For the last five years, apple production in New Hampshire has been rotten.
But growers are optimistic about this year.
“This is one of the best blooms I’ve had in the last 10 years,” said Dan Hicks, owner of Sunnycrest Farms in Londonderry. “Everything looks great right now.”
Things haven’t been so great in recent years.
New Hampshire produced 869,000 bushels of apples in 2008. That number has dropped each of the following years, with only 369,000 bushels produced last year.
“It’s all about the weather,” said Gail McWilliam Jellie, director of agricultural development for the New Hampshire Department of Agriculture. “Each year, we’ve had something which has caused damage to the fruit.”
Last year, it was unusually warm weather in March, which caused the trees to bloom early.
“It hit 80 degrees in March,” said Mike Cross, farm manager at Mack’s Apples in Londonderry. “We then hit some lousy weather and it affected the crop.”
In other years, significant weather events such as droughts or heavy rains have affected the crop.
“When there’s a lack of rain, apples don’t get up their normal size,” said Nada Haddad, University of New Hampshire Cooperative Extension food and agriculture specialist. “In other years, the buds have been killed by the frost.”
But the hope among growers is that a poor year leads to a good next year.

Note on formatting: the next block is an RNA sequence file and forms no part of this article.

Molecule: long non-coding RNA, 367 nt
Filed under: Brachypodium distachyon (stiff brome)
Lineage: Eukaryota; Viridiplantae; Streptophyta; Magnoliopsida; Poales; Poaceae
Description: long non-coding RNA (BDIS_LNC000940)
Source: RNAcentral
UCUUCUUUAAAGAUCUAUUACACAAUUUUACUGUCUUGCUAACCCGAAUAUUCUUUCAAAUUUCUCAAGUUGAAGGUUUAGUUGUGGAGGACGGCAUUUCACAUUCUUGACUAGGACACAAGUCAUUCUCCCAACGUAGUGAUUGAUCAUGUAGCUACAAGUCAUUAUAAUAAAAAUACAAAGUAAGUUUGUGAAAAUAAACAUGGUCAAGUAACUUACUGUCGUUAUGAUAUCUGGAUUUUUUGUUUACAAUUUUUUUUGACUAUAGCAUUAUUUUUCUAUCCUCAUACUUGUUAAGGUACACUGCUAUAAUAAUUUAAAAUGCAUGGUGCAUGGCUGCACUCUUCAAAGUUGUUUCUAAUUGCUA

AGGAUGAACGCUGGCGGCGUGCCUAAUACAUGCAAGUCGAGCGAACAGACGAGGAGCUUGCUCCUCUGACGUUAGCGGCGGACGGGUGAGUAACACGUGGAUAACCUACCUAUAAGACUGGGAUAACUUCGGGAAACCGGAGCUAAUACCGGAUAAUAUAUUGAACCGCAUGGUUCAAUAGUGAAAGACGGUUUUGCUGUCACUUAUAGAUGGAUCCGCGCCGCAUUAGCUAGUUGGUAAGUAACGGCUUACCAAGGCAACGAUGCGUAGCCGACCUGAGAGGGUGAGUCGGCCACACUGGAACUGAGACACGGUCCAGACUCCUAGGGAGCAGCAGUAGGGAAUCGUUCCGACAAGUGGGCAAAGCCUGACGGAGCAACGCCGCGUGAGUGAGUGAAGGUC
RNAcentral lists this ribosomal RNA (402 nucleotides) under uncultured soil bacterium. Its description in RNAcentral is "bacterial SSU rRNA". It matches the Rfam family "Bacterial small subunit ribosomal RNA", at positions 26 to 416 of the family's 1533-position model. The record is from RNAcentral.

“When you have a low crop and a low yield, the following year you should get more apples,” Hicks said. “I think that’s what we’re seeing now, but it always depends on the weather later in the season.”
With the trees in blossom, pollination is starting to occur, which has seen mixed results.
“We had a good start last week when it was warm,” Cross said. “But right now, it’s been a lot cooler and the bees don’t really fly in this weather.”
Cross said blossoms last anywhere from a week to two and a half weeks depending on the weather.
“We are really right on time this year,” he said. “But it’s dragged on a little bit because it has been cold.”
Samuel Nassar, owner of Apple Acres in Windham. said the bloom has been normal for him as well.
“We’ve got a full bloom everywhere,” Nassar said. “This year, they’re going to be ready at least two weeks after they were last year. People won’t have to go apple picking in summer where there are so many other things they could be doing.”
Weather hasn’t been the only factor in the low production statewide. Hicks said there are fewer orchards.
In 2010, Londonderry’s 270-acre Woodmont Orchard sold for about $7 million — for development.
“People have had to diversify their farms,” Hicks said. “They aren’t just being trained to grow apples. As a result, I think we’ve seen less apples produced.”
Nassar said farmers have had to adjust as their customers’ tastes change.
“There is just no demand for second tier apples anymore,” he said. “People just buy them at the store and they get shipped in from China or South America or Australia. We’re under the gun because people are only buying perfect apples now.”